Sorry, that comment wasn't aimed at you in particular. It was more at the people who are relatively new to the sport who are suckered into buying a really aggressive TT bike which they then can't hold the position on for the duration of their ride. I see so many people around here riding around on TT bikes on the base bar in situations where I would expect them to be on the tri bars and I'm sure it's because they aren't comfortable for any length of time on the tri bars. If you compound that problem by having a set-up where even the base bar is too low to get comfortable and you end up with a bike which is unusable and will probably be sold very quickly Wink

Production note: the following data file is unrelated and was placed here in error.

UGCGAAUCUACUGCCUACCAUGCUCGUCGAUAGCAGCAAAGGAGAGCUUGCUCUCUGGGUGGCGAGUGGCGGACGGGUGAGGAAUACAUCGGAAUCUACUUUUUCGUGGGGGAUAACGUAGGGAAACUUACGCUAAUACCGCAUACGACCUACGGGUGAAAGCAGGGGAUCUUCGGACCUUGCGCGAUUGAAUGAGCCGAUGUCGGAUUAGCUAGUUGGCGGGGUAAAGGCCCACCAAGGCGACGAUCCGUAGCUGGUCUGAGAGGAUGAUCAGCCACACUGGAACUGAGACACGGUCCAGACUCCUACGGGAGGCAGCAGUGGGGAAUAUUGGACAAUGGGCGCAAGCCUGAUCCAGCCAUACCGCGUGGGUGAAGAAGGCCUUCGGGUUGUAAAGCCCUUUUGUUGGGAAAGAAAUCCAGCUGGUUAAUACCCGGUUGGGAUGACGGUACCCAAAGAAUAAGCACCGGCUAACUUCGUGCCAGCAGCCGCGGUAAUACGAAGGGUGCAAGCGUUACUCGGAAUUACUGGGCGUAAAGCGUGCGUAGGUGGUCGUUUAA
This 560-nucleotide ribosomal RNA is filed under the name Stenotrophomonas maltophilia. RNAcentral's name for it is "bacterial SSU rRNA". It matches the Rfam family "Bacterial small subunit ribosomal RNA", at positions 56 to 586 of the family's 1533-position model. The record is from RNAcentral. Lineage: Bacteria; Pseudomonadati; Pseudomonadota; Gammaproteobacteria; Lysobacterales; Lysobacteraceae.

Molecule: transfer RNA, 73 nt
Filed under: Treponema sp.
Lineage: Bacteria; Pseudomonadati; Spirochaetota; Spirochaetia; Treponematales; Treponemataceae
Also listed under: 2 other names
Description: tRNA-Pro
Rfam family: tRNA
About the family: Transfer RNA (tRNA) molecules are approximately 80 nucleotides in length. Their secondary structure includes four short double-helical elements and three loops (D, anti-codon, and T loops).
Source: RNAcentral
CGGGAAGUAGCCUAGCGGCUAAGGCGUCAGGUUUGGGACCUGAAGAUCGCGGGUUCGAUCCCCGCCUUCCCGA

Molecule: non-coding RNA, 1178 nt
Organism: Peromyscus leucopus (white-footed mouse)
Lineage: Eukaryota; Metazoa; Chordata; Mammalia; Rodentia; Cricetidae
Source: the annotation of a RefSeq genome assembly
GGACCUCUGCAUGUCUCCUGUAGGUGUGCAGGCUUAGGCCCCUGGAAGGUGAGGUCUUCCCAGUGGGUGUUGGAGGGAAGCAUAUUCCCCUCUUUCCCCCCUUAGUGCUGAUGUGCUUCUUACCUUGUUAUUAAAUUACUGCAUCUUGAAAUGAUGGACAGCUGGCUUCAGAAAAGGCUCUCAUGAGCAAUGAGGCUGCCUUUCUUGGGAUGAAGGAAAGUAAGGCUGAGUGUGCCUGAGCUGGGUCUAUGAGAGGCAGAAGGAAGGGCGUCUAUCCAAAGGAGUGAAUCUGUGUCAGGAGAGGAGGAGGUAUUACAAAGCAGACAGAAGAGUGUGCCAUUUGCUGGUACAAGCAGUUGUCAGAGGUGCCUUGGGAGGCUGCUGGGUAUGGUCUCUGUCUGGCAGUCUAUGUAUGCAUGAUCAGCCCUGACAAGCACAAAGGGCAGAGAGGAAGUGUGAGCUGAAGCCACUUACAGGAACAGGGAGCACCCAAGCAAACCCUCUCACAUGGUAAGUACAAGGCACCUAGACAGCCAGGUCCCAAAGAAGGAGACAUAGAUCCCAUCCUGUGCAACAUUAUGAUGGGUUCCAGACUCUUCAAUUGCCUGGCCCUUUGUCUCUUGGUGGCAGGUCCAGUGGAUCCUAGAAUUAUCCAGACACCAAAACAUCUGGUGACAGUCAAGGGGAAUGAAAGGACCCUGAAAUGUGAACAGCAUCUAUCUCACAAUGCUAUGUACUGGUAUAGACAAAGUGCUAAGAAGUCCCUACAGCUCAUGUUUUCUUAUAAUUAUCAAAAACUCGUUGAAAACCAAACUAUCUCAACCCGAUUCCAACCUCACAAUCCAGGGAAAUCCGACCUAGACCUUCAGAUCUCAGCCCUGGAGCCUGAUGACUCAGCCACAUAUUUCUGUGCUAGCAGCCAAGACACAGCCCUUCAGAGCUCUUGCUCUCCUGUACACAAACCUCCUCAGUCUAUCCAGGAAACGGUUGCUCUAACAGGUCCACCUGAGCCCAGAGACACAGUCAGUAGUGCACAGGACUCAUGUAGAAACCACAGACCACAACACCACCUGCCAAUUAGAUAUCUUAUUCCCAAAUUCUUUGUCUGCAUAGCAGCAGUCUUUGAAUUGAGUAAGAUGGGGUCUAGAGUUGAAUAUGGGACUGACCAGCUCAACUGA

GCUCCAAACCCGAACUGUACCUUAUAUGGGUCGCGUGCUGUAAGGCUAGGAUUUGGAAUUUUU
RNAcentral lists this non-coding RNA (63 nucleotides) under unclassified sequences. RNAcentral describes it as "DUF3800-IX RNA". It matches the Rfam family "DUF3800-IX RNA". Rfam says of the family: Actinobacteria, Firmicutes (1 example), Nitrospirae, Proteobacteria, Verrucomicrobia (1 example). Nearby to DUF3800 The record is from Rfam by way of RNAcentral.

Ah gotcha, Smile Yeah I have zero ego, so I have the bars as high as I need them to hold aero and be able to climb/descend comfortably on the base bar. My old coach used to say that getting folks to hold a TT position in the turbo for even 10 mins, was a lot harder than it should have been, mainly because they didn't practice enough, or were too low.

Mungo, I don't think the intention is to have the base bar abnormally low (or at least it shouldn't be!) but what modern thinking seems to be: 'If you need to raise arm pads for the best position but that results in the base needing to come up, then it's better to 'split' them with arm pad spacers, provided you can reach the base bar ok.

Like I say, IMO, if the gap is too large then you are on the wrong sized bike. Also, I think we can get the wrong impression when we see some pro TT bikes. Their base bars tend to be low but they are pretty adept at reaching down and handling their bikes for the relatively short time they need to be in them for.